Variant Cytochrome b5-fusion Fatty Acid Desaturases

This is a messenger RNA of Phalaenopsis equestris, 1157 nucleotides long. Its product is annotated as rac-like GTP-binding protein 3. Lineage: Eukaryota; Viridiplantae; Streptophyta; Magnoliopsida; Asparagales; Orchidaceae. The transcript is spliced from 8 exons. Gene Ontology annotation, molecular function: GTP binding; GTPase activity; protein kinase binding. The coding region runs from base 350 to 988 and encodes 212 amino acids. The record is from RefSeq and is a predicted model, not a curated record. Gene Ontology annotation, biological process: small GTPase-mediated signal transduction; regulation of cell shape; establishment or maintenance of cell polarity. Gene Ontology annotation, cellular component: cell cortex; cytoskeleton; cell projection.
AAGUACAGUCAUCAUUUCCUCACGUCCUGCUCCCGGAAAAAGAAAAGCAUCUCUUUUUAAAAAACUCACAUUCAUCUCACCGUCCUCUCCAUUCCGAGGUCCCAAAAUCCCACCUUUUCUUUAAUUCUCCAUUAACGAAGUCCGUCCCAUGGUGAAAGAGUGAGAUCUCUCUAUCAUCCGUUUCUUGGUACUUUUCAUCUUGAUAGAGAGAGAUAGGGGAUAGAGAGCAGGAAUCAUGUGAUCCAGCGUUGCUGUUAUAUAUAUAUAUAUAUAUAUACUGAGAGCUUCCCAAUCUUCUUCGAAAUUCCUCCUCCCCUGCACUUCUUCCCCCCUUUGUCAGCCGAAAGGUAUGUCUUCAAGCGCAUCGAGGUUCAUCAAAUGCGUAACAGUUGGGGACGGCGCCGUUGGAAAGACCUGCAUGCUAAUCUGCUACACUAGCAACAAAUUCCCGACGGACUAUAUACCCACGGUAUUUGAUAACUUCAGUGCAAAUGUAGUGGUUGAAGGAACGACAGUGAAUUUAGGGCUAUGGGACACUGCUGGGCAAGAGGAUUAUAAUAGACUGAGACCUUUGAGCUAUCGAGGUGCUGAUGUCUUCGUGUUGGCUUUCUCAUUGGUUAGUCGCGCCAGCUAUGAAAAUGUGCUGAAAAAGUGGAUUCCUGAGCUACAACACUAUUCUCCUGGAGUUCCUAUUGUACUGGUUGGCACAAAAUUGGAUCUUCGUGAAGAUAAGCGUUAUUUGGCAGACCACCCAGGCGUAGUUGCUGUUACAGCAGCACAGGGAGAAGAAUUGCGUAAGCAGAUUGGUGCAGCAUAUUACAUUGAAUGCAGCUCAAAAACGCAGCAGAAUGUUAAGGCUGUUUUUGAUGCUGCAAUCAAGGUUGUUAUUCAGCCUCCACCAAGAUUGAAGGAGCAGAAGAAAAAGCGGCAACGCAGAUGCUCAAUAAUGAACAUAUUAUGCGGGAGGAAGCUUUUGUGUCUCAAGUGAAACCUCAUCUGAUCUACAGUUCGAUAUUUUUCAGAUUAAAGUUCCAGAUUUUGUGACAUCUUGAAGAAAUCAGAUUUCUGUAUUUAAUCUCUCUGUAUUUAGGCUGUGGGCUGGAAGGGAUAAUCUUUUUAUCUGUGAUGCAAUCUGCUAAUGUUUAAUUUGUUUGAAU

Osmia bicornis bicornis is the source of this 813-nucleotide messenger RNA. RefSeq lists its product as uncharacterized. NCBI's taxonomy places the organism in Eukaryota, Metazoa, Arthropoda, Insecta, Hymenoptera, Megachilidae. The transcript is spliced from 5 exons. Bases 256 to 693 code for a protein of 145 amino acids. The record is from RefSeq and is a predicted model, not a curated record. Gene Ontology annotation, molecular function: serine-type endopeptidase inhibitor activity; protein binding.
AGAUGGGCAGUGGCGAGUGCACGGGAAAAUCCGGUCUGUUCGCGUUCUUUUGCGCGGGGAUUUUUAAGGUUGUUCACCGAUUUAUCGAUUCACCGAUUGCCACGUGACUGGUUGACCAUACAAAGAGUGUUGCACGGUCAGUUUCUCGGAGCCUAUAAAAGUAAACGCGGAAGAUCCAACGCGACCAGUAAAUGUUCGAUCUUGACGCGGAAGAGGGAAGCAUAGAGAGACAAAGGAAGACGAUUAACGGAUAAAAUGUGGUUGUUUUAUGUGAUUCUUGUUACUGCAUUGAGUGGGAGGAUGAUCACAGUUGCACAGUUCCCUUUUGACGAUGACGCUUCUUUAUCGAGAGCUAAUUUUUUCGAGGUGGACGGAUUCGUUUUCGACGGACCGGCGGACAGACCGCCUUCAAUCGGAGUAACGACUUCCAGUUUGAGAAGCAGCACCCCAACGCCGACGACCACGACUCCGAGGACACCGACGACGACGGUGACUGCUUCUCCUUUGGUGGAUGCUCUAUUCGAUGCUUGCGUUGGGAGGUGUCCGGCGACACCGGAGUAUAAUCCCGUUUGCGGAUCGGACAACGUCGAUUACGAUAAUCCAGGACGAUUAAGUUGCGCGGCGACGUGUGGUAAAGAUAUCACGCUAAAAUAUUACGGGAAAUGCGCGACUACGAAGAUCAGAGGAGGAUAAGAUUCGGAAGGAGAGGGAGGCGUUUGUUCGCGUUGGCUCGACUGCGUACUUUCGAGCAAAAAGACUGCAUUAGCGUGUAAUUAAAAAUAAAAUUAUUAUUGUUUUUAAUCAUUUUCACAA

The most successful efforts to introduce biosynthetic pathways for novel unsaturated fatty acids in oilseed crops have involved the production of g-linolenic acid (GLA; 18:3Δ6,9,12; Table 7.3) by transgenic expression of divergent forms of the sphingolipid-8-desaturase. GLA comprises up to 25% of the seed oil of many species of the families including borage (Borago officinalis). This fatty acid is a precursor of prostaglandins and leukotrienes, and oils enriched in GLA have a number of demonstrated therapeutic properties (Barre, 2001). As a result, GLA-enriched oils from seeds of plants such as borage are produced commercially as nutraceuticals. A cDNA for the Δ6 desaturase associated with GLA synthesis in plants has been isolated from developing borage seeds by polymerase chain reaction (PCR) with degenerate oligonucleotides based on partially conserved amino acid sequences in membrane-associated fatty desaturases (Sayanova et al., 1997). This cDNA encodes a polypeptide distantly related to FAD2 and FAD3 as well as to the functionally equivalent Δ6 desaturase from Synechocystis (Table 7.5) (Reddy and Thomas, 1996; Shanklin and Cahoon, 1998). The borage polypeptide is predicted to contain not only the histidine residues characteristic of membrane-type fatty acid desaturases, but also an N-terminal cytochrome b5 domain. Presumably this domain functions as the electron donor for the desaturase portion of the polypeptide, as cytochrome b5 is a cofactor for ER-localized desaturases (Sayanova et al., 1997). Transgenic expression of this cDNA in tobacco leaves resulted in the production of GLA via the Δ6 desaturation of linoleic acid (Fig. 7.4), as well as stearidonic acid (18:4Δ6,9,12,15) comprising up to 10% of total leaf fatty acids (Sayanova et al., 1997). The latter unusual polyunsaturated fatty acid arises either from the Δ15 desaturation of GLA by FAD3 or from the desaturation of α-linolenic acid by the D6 desaturase. Stearidonic acid is found only in trace amounts in borage seeds due apparently to the lack of an active FAD3 in this tissue. Since the discovery of the borage enzyme, fatty acid desaturase-like polypeptides with close structural relationships to the Δ6 desaturase, including the presence of the N-terminal cytochrome b5 domain, have been shown to occur widely in plants (Sperling et al., 1998). These enzymes are sphingolipid- 8-desaturases associated with the synthesis of unsaturated sphingolipid long-chain bases such as sphingenine. They introduce double bonds at the sixth carbon atom from the C-2 position of long-chain base substrates (Sperling et al., 1998).